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Fort Ellice, Hudson's Bay Post, 1860

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Magazines309 of 584Jimi Hendrix Owned Circus Hullabaloo Magazine 19691969-usa-nasa-moon landing-'mirror' special.
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Posted 4 years ago


(167 items)

Recent purchase, one page from Harper's New Monthly Magazine, October, 1860.
Fort Ellice, Hudson's Bay Company, Rupert's Land.
Print & accompanying article by Manton Marble (1834–1917) a New York journalist. In 1859, he went to the Red River Valley as The Evening Post's correspondent. He contributed three papers on his journey, to Harper's Magazine.
Fort Ellice was built to protect the Hudson’s Bay Company’s trade with the Assiniboine and Plains Cree from American competitors situated on the Missouri River. As a major post in the Swan River Trading District in the 1850's, the role of Fort Ellice shifted from the collection of furs and bison products to the distribution of supplies, horses, oxen and carts.
Nothing remains of Fort Ellice, there is however a cairn marking it's location. It is located above the Assiniboine River downstream from where it is joined by the Qu'Appelle River. Near present day St. Lazare, Manitoba.
I bought the print for it's local history content, I live 50 kilometers S E of the former Fort & a few miles from the Assiniboine River.
The image on the other side of the page was a surprise bonus, it is of the Mouse River (Souris River), near it's confluence with the Assiniboine River. That is a few miles from where my Paternal Great Grandparents homesteaded starting in 1882.


  1. walksoftly walksoftly, 4 years ago
    Link to history of St. Lazare & Fort Ellice

    Link to Harper's New Monthly articles "To Red River and Beyond"
  2. walksoftly walksoftly, 4 years ago
    Thanks for giving this some love, Tony, Mani, Thoscahaba & vetraio.
  3. SEAN68 SEAN68, 4 years ago
    this is great!!!
  4. blunderbuss2 blunderbuss2, 4 years ago
    Small world, isn't it?
  5. SEAN68 SEAN68, 4 years ago
    yes it is!!!
  6. walksoftly walksoftly, 4 years ago
    It is a small world indeed!
    The story starts not that far from you Sean, at St. Paul Minnesota, the last point of easy travel.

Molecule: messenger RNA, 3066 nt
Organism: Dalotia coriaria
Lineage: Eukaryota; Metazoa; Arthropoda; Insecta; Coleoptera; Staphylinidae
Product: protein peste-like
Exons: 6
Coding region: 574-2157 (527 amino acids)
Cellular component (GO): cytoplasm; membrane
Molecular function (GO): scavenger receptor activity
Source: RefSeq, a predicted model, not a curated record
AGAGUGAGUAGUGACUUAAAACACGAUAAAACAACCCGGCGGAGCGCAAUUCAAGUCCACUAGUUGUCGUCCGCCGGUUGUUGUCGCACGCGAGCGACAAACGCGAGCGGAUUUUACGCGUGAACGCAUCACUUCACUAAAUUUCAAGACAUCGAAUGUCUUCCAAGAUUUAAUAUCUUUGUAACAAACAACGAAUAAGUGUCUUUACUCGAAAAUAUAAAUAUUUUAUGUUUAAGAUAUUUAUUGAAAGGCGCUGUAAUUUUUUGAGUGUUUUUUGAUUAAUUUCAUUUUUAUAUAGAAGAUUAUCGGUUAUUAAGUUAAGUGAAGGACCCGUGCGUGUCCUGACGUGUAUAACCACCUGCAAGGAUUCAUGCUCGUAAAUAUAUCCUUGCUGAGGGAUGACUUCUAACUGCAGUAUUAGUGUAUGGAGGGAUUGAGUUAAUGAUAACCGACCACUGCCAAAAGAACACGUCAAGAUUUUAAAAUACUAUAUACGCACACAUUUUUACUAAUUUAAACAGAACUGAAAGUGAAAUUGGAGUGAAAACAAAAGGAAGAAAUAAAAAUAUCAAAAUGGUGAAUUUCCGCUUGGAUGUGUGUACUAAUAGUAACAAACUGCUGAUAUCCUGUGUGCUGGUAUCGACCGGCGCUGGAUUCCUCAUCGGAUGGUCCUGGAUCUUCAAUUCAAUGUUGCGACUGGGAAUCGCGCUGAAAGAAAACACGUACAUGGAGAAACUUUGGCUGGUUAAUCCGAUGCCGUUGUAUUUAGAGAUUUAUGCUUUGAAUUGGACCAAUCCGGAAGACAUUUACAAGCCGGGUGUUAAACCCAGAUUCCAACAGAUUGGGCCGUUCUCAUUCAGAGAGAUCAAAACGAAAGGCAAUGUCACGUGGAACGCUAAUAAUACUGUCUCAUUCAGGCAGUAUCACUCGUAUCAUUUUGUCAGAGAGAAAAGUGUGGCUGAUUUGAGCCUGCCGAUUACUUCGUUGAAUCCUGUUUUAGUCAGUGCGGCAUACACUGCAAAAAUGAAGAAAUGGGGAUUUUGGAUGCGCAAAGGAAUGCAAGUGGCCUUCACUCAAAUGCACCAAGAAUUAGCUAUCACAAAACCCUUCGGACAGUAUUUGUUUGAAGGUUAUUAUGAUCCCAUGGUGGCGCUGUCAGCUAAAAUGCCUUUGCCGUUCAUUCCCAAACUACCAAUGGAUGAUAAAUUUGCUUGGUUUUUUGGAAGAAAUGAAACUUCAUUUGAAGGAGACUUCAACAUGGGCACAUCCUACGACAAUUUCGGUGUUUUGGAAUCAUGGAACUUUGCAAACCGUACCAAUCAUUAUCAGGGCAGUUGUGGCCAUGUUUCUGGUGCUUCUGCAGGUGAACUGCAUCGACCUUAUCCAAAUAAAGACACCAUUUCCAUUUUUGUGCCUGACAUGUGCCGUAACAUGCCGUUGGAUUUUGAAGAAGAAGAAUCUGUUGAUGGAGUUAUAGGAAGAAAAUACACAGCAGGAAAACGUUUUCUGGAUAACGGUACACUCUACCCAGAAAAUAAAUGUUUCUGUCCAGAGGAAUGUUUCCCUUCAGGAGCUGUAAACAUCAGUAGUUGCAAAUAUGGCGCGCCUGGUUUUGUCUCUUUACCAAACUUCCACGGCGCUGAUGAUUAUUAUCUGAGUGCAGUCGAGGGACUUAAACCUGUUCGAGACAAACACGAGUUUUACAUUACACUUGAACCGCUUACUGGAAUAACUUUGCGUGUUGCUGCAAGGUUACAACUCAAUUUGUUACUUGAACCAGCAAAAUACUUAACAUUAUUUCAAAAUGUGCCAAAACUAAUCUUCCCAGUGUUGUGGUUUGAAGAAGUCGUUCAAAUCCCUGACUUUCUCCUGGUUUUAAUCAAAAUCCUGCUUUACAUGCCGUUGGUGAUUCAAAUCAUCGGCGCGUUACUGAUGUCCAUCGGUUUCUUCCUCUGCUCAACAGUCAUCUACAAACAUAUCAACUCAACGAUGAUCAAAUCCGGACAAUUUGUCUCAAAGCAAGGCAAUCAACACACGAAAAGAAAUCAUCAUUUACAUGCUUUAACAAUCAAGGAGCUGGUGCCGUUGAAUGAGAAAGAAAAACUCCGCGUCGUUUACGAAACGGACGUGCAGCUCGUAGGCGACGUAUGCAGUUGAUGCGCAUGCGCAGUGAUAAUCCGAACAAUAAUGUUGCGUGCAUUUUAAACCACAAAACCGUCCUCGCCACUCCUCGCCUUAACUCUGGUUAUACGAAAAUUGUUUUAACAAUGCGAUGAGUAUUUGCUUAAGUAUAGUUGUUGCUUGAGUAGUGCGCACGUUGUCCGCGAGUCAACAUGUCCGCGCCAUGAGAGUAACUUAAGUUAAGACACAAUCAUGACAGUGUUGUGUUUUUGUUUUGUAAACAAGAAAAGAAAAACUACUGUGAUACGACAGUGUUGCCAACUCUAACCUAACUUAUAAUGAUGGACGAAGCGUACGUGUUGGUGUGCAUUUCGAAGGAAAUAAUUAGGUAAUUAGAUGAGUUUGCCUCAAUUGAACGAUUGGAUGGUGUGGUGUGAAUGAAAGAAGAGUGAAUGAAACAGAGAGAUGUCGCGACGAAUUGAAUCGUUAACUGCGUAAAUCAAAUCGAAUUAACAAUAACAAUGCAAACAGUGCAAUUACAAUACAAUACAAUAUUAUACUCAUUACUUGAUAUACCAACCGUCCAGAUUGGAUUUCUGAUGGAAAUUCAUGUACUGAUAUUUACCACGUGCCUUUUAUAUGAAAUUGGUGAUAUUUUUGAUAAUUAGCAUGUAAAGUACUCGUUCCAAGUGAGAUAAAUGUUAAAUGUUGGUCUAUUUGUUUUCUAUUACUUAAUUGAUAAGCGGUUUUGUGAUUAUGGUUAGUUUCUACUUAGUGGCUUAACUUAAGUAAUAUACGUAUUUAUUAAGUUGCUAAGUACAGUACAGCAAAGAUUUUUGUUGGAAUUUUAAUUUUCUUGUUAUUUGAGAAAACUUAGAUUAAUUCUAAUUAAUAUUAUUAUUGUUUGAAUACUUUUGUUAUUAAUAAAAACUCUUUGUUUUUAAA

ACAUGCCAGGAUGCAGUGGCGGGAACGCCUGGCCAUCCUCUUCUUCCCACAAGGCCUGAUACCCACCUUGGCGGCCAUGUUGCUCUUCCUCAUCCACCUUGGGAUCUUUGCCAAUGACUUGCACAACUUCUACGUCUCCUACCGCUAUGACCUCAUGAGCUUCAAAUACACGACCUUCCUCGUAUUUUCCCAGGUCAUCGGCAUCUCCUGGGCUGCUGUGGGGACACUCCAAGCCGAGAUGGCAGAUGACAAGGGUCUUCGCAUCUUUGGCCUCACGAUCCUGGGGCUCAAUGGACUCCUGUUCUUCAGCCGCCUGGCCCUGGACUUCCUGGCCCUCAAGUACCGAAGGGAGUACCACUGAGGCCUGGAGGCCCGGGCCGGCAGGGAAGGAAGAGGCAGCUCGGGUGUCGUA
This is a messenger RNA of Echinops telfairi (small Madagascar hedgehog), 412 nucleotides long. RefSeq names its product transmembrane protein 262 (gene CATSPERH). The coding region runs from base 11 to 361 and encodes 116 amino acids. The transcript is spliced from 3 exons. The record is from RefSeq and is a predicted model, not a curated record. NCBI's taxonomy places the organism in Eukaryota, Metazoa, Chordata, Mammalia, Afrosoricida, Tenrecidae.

7. walksoftly walksoftly, 4 years ago
    Thanks for the love on this 153 year old image Phil, it would be nice to see tepees & buildings at the Fort Ellice site. The RM of Ellice expropriated the land from the family that owned the site since the 60's, with the plan to develop it as a tourist attraction. Little has been done with it though as far as I know.
  8. walksoftly walksoftly, 4 years ago
    Thanks for the love, gargoyle, Amber, PW, B'buss & Sean
  9. Ted_Straub Ted_Straub, 4 years ago
    A wonderful item, David, and the history behind it makes it more so....!
  10. walksoftly walksoftly, 4 years ago
    Thanks so much Ted for the love & the nice comment. For anyone interested in history from that time period the three articles are an interesting read. Although as one would expect the author looks down upon the native & mixed breed (métis) people.
    But it is a realistic portrayal of the difficulty of travel in the time period & the activities that were occurring there at the time.
    By 1862 the area would be caught up in the Dakota War or Sioux Uprising.
  11. walksoftly walksoftly, 4 years ago
    @ Phil are these charcoal sketches or line engravings?
  12. walksoftly walksoftly, 4 years ago
    Thanks for giving this some love Budek & Moon.
  13. walksoftly walksoftly, 4 years ago
    Thanks for giving this some love Matty.
  14. Manikin Manikin, 4 years ago
    It is a wood engraving . I love old Harpers ,they showed life like photo's for people to see what was happening pre on site camera's . My Favorite Engraver was Winslow Homer .
  15. walksoftly walksoftly, 4 years ago
    Thanks Sis, for answering my question. It's amazing to have an illustration that is so old.
    Illustrators allowed people to see parts of the world they could only imagine!
    Winslow Homer did some amazing work I can see why he was a favorite!
  16. Manikin Manikin, 4 years ago
    @ Bro -I had to make up for you having to go to work all day solving :-)
  17. toracat toracat, 4 years ago
    Beautiful! I saw some prints from Nebr. of Winnebago Indians! There villages were always neat looking! Unlike many hole in the wall towns made by settlers! Thanks for sharing!!
  18. walksoftly walksoftly, 4 years ago
    Thanks for giving this some love Petey & Don.

    Thanks for the comment as well Don, the Native Americans had some very interesting dwellings.
  19. blunderbuss2 blunderbuss2, 4 years ago
    Did the Winnebago Indians use aluminium t-pees? LOL. Sorry fans, but I just got home after the airlines made me perform an un-natural act. Getting up @ 4:30AM!
  20. walksoftly walksoftly, 4 years ago
    Thanks for giving this some love Kerry.

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